There is nothing I relish more than the experience of putting on a new pair of shoes: the excitement of the unboxing, the anticipation of breaking in the un-broken-in, the eagerness to wear creases into the un-creased. But mostly, I mean it metaphorically: slipping into someone else’s skin and assuming their persona, if only for a brief moment. 

The first time I engaged in this strange pastime was on my first and only college tour, back when high-schoolers still struck fear in my nine-year-old heart and university, a word too long for me to spell, was only a fiction of a most distant future. As my tour group and I ambled across the campus, students speckled sunny lawns, slipping in and out of the stateliest structures with studied casualness, assuming the purposeful strut that reveals one’s familiarity with a place.

Brushing against them in the same space, our Otherness betrayed us — the way we proceeded in a pack, stumbling to a halt under gothic arches, rubbing bronze statues golden, huddling outside gates we could only dream of entering and wishing silently that we had the Golden Ticket of admission that would grant us swipe-access. 

In the moments when I wasn’t awestruck by the effortless eloquence with which my tour guide chronicled his school’s history, I remember indulging in that guilty pleasure of people-watching, longing to inhabit their identities, to step out of my Converse and into theirs. 

What lay behind those arched windows that separated us? Did the rooms beyond swell with piano serenades, with conversations on the pointless and the profound? The group of three over on that table — were they contending with free will and determinism or simply with the contents of their Caesar salad? The girl with the blue book bag, walking to class or to the library — was there any possibility, even the slightest scope in my destiny, that I could be like her one day?

Now, when I walk across Beinecke Plaza, past tour groups admiring its marble cladding, I wonder what it takes to efface that boundary between outsider and insider, to look out of the windows you once looked into. Because somehow, here we are: filling the shoes we most wanted to wear, walking them down Hillhouse Avenue, schlepping them up Science Hill, muddying them in the back of party houses.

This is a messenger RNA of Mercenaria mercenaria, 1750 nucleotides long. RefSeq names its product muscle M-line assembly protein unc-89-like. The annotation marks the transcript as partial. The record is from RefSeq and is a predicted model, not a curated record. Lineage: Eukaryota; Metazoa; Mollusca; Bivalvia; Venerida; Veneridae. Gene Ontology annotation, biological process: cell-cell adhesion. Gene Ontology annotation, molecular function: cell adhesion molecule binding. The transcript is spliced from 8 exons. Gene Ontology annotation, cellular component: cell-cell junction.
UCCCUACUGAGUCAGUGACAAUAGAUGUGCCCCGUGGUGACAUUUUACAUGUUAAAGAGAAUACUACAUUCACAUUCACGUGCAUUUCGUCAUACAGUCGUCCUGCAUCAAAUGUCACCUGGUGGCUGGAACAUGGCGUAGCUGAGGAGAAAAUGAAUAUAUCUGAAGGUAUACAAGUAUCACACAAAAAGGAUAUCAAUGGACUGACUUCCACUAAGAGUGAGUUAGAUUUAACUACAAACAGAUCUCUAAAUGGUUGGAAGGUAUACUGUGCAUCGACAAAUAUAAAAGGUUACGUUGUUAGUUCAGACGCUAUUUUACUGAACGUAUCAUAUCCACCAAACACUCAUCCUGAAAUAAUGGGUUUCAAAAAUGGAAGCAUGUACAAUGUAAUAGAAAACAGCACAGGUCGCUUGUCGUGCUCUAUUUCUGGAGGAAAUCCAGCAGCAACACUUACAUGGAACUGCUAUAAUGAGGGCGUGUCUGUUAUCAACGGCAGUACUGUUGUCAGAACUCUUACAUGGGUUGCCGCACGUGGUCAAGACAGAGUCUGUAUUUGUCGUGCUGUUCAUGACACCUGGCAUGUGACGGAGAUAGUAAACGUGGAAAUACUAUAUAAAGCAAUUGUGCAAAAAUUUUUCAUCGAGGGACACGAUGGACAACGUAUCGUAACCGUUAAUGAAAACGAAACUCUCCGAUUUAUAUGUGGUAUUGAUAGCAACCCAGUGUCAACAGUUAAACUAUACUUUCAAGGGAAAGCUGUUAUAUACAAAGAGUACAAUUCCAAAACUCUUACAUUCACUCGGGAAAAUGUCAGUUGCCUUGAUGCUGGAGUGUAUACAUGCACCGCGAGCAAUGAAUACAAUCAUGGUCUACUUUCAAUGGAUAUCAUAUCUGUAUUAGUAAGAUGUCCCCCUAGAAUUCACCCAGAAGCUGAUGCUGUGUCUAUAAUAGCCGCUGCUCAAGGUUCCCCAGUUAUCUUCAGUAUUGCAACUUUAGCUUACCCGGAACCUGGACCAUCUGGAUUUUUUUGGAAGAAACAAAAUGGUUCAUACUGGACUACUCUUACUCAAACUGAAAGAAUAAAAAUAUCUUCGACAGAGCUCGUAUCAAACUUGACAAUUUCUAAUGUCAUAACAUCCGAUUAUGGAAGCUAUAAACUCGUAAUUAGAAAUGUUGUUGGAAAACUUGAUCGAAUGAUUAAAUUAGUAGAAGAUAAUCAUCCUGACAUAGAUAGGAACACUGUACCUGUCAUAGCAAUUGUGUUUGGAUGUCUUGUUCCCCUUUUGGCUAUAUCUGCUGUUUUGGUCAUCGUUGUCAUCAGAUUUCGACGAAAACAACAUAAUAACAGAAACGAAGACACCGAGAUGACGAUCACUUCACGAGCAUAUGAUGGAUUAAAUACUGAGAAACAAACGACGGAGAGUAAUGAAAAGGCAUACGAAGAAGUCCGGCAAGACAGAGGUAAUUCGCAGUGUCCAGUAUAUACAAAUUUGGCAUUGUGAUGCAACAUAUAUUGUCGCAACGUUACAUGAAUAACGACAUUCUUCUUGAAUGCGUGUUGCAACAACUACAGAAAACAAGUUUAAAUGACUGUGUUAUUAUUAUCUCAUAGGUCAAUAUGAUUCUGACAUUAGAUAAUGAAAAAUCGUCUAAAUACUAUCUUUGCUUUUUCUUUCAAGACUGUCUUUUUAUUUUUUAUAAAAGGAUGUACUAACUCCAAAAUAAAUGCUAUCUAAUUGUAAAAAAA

As I frequent 300-year-old libraries and make habitual their hallowed hallways, I find myself attempting to thwart the tendency of time to color a place with that cast of the seen-before, to whittle away at its newness like a pair of shoes softened with wear. 

What is it about good things that make us take them for granted? By resting in the rhythm of routine, do we end up forgoing the fresh for the familiar, the dreamlike for the dull? Please, let it never get old. Let there never be a time when Harkness Tower bells that ring every day begin to feel just everyday.

Maybe, these clusters of hopeful high-schoolers are glimpses of our pre-convocation selves, a reminder on our most stressful days to step out of the Stacks, to draw open our dorm drapes, to stop sleepwalking through our student lives. To shake ourselves out of our numbness. We’re at Yale; most days, we have no idea how lucky we are. 

Perhaps, then, by reliving again that outside longing that once kept us sharp, we can resurrect routine.  Perhaps, the march of time and the repetitiveness it brings can polish to a gleam, like Woolsey’s golden right shoe, our lived experience here at Yale. Because the privilege of being on the inside comes with a responsibility: to inhabit the momentariness of each moment here fully, to hold in our backpacks the same excitement we did on our first day of classes, and to savor the squeak of our new blue shoes, long after they’ve taken the shape of our feet.

KEYA BAJAJ is a first year in Benjamin Franklin College. Contact her at keya.bajaj@yale.edu.

KEYA BAJAJ